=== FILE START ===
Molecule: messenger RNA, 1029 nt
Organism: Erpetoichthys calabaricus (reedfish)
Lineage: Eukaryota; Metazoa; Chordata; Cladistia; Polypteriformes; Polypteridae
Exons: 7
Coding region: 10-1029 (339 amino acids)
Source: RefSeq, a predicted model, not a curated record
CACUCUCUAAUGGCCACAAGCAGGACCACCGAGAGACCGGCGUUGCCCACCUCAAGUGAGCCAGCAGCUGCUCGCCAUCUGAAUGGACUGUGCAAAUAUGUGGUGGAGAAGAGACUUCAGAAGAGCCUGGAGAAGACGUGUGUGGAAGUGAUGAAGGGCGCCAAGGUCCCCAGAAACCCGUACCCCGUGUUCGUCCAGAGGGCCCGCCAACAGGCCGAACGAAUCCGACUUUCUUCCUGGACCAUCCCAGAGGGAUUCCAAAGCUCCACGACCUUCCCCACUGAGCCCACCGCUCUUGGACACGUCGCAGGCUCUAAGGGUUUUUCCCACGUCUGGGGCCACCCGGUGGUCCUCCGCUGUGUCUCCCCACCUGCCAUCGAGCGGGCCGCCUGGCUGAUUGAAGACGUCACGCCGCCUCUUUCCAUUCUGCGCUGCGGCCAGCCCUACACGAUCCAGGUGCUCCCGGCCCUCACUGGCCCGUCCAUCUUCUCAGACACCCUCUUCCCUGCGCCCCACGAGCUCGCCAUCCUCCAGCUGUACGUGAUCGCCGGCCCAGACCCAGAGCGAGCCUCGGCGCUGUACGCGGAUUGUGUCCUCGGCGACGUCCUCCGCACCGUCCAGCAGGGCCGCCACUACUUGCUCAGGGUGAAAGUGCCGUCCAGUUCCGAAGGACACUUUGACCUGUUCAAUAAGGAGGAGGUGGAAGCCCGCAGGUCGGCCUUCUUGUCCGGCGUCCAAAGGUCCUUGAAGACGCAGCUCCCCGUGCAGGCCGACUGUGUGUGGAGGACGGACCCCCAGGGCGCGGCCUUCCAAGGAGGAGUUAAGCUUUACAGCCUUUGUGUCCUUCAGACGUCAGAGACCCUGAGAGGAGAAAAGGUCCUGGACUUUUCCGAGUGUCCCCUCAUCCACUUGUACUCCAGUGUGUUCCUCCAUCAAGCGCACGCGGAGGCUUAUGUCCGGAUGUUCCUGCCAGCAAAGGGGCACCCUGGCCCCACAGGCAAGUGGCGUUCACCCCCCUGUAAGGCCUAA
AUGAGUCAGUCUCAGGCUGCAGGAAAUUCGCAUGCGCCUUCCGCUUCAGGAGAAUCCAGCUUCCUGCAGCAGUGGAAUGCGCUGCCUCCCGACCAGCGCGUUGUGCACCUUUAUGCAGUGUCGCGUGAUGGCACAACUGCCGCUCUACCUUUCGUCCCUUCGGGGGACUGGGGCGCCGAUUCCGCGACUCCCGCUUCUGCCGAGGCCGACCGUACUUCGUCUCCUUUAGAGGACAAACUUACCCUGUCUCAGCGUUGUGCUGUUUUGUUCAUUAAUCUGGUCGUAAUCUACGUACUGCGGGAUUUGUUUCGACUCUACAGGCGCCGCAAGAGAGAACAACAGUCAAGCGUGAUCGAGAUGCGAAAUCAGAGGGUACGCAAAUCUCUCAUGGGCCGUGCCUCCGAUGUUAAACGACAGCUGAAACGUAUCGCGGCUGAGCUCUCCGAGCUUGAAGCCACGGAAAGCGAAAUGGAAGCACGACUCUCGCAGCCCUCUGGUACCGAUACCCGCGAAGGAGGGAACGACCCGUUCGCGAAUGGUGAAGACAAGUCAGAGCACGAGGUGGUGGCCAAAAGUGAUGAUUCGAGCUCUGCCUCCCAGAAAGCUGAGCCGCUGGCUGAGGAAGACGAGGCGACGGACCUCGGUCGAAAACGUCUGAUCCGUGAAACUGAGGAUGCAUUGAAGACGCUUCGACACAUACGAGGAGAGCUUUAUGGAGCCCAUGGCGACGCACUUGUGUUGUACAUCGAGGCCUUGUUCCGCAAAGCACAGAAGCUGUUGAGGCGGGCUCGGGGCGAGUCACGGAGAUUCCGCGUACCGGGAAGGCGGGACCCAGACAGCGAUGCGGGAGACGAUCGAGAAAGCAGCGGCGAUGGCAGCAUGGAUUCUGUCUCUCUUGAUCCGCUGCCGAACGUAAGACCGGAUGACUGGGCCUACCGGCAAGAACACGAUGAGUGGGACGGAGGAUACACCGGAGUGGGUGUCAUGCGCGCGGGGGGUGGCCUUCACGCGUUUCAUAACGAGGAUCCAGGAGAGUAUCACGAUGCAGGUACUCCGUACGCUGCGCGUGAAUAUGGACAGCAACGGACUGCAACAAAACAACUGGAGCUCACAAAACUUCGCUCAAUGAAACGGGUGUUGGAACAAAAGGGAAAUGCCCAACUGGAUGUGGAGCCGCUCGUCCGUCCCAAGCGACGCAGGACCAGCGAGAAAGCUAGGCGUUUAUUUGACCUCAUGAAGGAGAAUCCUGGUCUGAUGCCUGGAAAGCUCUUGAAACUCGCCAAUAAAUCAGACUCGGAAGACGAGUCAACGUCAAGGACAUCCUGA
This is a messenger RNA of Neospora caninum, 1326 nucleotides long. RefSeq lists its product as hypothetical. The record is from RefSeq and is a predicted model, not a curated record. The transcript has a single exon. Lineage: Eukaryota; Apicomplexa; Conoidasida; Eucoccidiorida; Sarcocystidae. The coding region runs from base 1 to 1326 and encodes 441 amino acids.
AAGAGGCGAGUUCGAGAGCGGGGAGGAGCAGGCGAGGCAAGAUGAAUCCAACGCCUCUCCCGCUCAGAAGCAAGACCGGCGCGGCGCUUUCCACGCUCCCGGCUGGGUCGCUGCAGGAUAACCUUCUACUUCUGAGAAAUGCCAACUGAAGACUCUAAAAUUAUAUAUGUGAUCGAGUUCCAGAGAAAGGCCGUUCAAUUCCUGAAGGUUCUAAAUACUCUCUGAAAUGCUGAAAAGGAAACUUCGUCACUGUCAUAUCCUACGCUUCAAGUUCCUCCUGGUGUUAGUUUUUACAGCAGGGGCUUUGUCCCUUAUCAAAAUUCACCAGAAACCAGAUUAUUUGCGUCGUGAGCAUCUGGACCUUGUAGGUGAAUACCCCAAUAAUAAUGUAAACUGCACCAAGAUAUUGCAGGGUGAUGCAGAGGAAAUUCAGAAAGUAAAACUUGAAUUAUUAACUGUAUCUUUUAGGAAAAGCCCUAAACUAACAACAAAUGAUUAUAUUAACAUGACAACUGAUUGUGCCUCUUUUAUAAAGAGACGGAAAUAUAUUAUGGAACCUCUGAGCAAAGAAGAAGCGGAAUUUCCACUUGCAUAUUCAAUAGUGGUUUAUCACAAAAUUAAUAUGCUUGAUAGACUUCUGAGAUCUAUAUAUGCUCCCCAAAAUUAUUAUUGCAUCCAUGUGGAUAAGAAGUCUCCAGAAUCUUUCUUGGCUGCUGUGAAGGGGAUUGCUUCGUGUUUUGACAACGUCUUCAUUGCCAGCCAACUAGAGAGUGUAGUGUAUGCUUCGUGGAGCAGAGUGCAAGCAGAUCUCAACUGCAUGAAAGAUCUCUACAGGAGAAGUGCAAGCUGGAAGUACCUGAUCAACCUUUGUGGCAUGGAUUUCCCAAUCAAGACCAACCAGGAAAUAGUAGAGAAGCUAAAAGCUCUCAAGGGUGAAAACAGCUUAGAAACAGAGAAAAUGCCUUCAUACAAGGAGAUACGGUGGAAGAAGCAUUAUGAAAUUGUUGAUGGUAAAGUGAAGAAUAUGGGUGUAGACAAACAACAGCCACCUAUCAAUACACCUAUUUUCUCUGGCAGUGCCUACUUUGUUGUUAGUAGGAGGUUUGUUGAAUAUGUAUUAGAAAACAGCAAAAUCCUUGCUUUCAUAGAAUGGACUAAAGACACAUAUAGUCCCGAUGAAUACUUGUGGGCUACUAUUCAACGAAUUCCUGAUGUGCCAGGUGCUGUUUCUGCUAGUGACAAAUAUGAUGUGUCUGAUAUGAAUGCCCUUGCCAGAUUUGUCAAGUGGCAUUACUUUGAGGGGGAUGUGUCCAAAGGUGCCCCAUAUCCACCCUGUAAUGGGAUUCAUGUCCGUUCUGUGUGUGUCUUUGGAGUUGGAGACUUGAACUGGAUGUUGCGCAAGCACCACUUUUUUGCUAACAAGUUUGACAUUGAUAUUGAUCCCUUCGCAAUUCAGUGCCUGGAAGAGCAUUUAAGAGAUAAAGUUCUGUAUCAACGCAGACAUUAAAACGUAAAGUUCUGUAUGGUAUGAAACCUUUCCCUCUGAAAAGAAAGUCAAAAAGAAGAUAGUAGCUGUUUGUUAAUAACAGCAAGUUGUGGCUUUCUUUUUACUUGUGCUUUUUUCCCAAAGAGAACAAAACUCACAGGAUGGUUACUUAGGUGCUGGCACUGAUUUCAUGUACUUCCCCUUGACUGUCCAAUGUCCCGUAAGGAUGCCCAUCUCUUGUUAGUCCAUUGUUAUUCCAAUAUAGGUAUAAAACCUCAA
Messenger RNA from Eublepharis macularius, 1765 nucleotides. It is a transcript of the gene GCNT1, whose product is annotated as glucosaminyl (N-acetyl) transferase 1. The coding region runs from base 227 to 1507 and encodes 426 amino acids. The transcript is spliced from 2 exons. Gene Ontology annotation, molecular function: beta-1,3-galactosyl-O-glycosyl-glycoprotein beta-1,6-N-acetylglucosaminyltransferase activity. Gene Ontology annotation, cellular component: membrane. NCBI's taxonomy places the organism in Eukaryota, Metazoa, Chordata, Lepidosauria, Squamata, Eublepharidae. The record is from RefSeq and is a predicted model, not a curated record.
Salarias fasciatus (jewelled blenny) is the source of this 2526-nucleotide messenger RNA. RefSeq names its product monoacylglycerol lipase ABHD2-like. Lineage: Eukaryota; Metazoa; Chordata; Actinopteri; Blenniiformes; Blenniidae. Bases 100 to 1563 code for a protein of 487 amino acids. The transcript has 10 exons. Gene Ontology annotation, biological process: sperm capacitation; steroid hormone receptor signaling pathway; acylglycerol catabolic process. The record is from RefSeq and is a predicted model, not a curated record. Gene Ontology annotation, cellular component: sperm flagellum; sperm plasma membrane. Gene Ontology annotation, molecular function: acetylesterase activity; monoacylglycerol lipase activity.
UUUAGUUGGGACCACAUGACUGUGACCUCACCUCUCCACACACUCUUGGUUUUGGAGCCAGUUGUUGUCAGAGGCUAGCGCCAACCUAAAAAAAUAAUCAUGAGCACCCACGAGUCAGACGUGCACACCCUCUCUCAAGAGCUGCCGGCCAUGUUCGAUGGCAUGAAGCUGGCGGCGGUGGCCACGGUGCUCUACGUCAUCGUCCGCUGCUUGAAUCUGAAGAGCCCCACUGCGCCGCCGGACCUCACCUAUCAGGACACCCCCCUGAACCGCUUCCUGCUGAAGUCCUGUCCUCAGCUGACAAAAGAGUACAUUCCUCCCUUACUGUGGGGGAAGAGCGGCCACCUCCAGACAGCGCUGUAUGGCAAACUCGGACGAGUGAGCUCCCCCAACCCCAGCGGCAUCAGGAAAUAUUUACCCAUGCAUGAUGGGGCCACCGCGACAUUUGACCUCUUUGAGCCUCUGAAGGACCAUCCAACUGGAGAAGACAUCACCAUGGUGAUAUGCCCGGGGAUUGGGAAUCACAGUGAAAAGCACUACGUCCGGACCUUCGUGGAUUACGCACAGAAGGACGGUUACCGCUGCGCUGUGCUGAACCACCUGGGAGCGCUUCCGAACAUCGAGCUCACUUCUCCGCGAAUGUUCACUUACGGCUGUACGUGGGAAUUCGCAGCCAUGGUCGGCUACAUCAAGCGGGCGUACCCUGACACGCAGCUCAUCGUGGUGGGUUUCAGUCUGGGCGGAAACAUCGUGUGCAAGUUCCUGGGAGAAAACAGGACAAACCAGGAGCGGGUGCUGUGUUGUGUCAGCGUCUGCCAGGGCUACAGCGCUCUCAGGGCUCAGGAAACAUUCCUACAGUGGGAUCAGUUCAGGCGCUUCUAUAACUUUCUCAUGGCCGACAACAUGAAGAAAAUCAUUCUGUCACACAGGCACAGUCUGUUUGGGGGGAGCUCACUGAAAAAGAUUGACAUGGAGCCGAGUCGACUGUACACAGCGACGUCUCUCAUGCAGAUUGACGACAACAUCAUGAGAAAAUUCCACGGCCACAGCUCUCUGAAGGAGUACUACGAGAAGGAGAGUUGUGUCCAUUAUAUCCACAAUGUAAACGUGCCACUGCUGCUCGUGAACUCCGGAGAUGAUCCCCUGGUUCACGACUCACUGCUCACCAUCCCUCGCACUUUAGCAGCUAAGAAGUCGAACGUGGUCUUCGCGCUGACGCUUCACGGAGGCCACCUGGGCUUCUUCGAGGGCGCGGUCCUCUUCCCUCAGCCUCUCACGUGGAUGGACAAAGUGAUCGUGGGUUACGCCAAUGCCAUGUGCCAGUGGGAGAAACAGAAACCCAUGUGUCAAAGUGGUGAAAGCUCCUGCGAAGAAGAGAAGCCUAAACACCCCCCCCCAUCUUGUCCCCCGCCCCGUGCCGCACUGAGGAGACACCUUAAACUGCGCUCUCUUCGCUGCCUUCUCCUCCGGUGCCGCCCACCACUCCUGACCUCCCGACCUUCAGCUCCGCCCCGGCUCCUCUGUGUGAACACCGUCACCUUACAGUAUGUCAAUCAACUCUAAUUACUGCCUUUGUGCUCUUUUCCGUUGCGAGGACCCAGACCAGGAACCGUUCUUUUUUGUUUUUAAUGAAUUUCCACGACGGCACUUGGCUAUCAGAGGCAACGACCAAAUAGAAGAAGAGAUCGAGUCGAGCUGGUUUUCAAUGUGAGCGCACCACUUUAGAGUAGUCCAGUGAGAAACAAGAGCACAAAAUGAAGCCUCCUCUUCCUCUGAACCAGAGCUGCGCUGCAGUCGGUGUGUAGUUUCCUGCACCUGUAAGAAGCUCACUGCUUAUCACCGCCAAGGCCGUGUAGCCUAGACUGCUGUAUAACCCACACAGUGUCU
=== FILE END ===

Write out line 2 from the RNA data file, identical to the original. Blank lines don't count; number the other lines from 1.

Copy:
Organism: Erpetoichthys calabaricus (reedfish)